Eukaryotic polymerases ι and ζ act sequentially to bypass DNA lesions

Robert E. Johnson, M. Todd Washington, Lajos Haracska, Satya Prakash, Louise Prakash

Research output: Contribution to journalArticle

524 Citations (Scopus)

Abstract

DNA lesions can often block DNA replication, so cells possess specialized low-fidelity, and often error-prone, DNA polymerases that can bypass such lesions and promote replication of damaged DNA. The Saccharomyces cerevisiae RAD30 and human hRAD30A encode Polη, which bypasses a cis-syn thymine-thymine dimer efficiently and accurately. Here we show that a related human gene, hRAD30B, encodes the DNA polymerase Polι, which misincorporates deoxynucleotides at a high rate. To bypass damage, Polι specifically incorporates deoxynucleotides opposite highly distorting or non-instructional DNA lesions. This action is combined with that of DNA polymerase Polζ, which is essential for damage-induced mutagenesis, to complete the lesion bypass. Polζ is very inefficient in inserting deoxynucleotides opposite DNA lesions, but readily extends from such deoxynucleotides once they have been inserted. Thus, in a new model for mutagenic bypass of DNA lesions in eukaryotes, the two DNA polymerases act sequentially: Polι incorporates deoxynucleotides opposite DNA lesions, and Polζ functions as a mispair extender.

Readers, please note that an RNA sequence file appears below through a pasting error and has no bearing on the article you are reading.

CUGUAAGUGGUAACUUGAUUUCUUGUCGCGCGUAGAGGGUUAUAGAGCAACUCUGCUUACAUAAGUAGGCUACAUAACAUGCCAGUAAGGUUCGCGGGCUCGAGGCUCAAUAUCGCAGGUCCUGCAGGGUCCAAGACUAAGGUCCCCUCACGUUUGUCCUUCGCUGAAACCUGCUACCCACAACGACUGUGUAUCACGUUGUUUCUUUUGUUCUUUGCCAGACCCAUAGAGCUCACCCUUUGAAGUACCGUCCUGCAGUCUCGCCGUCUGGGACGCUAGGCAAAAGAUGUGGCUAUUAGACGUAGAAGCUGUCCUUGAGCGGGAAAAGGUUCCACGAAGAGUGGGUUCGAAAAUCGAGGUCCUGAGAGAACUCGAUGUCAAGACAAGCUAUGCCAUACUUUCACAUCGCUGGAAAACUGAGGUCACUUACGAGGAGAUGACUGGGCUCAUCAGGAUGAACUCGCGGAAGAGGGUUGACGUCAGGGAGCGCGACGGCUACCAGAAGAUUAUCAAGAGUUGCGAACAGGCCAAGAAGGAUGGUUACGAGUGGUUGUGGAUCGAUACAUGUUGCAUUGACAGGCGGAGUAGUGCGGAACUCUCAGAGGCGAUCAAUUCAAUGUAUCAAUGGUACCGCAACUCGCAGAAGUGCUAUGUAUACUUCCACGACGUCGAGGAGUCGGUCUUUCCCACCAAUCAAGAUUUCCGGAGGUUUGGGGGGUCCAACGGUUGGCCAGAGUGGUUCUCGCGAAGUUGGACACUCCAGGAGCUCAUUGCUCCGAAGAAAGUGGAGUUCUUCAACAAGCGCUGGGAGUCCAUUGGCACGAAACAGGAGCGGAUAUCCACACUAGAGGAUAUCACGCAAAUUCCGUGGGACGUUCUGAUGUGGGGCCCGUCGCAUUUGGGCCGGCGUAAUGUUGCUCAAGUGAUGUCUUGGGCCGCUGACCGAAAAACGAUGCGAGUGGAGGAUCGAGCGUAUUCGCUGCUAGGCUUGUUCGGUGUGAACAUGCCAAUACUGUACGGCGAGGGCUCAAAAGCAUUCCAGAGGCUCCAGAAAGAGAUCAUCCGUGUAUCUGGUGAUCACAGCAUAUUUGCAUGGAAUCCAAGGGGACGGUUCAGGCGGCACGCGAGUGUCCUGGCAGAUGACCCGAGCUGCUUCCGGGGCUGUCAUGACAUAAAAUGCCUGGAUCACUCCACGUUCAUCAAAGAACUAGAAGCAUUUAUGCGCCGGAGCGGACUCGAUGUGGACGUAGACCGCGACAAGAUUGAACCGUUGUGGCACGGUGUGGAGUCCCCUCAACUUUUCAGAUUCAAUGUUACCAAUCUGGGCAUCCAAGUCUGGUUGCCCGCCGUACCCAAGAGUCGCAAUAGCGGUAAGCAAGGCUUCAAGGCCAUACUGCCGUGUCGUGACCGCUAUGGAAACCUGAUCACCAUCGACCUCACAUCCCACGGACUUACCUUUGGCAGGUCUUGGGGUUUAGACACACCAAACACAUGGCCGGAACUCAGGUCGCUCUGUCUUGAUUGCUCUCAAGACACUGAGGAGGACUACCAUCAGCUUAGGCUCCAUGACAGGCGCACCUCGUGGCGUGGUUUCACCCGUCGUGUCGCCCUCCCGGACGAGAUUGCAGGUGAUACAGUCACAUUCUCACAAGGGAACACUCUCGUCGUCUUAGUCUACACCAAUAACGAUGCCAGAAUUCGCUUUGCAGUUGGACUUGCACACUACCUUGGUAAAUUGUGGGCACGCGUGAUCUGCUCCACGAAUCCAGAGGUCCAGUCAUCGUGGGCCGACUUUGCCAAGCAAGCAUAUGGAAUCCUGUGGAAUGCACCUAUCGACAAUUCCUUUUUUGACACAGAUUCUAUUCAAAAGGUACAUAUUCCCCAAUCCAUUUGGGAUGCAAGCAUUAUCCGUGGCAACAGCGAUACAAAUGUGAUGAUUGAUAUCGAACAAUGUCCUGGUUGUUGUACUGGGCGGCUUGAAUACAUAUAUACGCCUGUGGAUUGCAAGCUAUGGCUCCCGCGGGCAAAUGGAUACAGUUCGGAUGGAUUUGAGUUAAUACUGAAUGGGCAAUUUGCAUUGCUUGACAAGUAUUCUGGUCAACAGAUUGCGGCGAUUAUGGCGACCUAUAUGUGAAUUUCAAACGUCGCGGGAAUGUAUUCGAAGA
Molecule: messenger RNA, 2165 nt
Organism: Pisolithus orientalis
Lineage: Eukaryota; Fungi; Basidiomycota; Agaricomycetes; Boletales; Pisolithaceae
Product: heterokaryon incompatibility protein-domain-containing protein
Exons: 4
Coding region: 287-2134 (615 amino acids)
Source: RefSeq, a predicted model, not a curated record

Original languageEnglish (US)
Pages (from-to)1015-1019
Number of pages5
JournalNature
Volume406
Issue number6799
DOIs
StatePublished - Aug 31 2000

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DNA-Directed DNA Polymerase
DNA
DNA Replication
Pyrimidine Dimers
Thymine
Eukaryota
Mutagenesis
Saccharomyces cerevisiae
Genes

ASJC Scopus subject areas

  • General

Cite this

Eukaryotic polymerases ι and ζ act sequentially to bypass DNA lesions. / Johnson, Robert E.; Washington, M. Todd; Haracska, Lajos; Prakash, Satya; Prakash, Louise.

In: Nature, Vol. 406, No. 6799, 31.08.2000, p. 1015-1019.

Research output: Contribution to journalArticle

Johnson, Robert E. ; Washington, M. Todd ; Haracska, Lajos ; Prakash, Satya ; Prakash, Louise. / Eukaryotic polymerases ι and ζ act sequentially to bypass DNA lesions. In: Nature. 2000 ; Vol. 406, No. 6799. pp. 1015-1019.
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